Party Seniority System
Despite undergoing superficial reforms in the past and experiencing elemental institutional changes meant to inject quality leadership styles, nowadays,
political alignments seem to be mired in gridlocks, decline of party
memberships, unnecessary squabbles, and poor command structure that has its
roots in disagreements between party members who are mainly obsessed with the
old seniority system. According to Crook and America (1985), the US House of
Representatives’ strict adherence to the ranking system makes matters worse for
the effective management of party institutions. The selection of committee
members from the old political elites who sit on ranking committees remain a
contentious issue among scholars, the media, and political observers watching
from the sidelines. The effective use of persuasion, mobilization, and
coordination that was once the hallmarks of American political systems has been
replaced by political misguidance that tends to do more harm than good to party
loyalists and the general voting population. Fighting over voters and
misguiding them so they can change party allegiance, attempting to alter voter
party preferences, and altering voter participation in elections are some of
the factors that plunge voters into confusion and party politics into oblivion
(Cox, 2006). Hibbing
It is parties that make democracy possible and it is the people that control governments (Cox, 1977). When a government manipulates its citizens, then the people become powerless subjects who can be driven anywhere. Nowadays, there seem to be a decline in American party discipline and that could be a sign of bad organization and lack of coordination among party leaders and party politics. Ideological differences could also set the stage for unnecessary differences and general decline in discipline among party members. Katz and Mair (1995) argue that parties have become cartels and that parties can achieve perfection when they effectively relate their activities to the societies they represent and serve.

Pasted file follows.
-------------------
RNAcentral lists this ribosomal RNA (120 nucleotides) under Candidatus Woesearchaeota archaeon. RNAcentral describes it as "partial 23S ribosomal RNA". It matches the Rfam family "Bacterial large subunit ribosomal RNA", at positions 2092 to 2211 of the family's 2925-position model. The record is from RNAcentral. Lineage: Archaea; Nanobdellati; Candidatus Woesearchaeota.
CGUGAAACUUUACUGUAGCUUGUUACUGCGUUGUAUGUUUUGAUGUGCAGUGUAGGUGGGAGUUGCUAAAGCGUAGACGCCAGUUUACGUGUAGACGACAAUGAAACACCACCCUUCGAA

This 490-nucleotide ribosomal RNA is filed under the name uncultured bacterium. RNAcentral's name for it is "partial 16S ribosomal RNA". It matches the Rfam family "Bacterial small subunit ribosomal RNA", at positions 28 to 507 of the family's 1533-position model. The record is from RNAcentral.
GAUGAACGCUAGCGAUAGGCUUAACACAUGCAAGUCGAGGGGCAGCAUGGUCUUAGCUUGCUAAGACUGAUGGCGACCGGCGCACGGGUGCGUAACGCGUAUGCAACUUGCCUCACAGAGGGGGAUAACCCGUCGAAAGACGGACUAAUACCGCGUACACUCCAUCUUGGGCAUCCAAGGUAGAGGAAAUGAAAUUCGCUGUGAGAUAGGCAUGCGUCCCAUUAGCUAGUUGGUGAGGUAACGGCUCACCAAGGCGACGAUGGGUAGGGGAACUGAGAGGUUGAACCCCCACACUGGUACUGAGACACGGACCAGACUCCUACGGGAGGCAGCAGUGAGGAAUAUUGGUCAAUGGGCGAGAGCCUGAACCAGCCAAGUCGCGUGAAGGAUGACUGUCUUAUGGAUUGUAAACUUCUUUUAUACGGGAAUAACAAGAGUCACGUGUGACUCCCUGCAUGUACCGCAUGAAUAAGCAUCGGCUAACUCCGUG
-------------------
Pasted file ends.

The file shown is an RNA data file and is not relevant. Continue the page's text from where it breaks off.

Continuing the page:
Bartels, L.M. (2000). Partisan and voting behavior, 1952-1996. American Journal of Political Science, Volume 44, Issue 1, pp. 35-50.
Cox, G.W. (2006). Swing voters, core voters and distributive politics.
of California, San Diego.
Crook, S.B. & Hibbing, J.R. (1985). Congressional reform and party discipline: The effects of change in the seniority system on party loyalty in the US House of Representatives. British Journal of Political Science, Vol. 15, No. 2, pp. 207-226.
Katz, R.S. & Mair, P. (1995). Changing models of party organization and party democracy: The emergence of the cartel party. Party Politics, Vol. 1, No. 1, pp. 5-28.
Pomper, G.M (1977). The decline of the party in American elections. Political Science Quarterly, Volume 92, No. 1.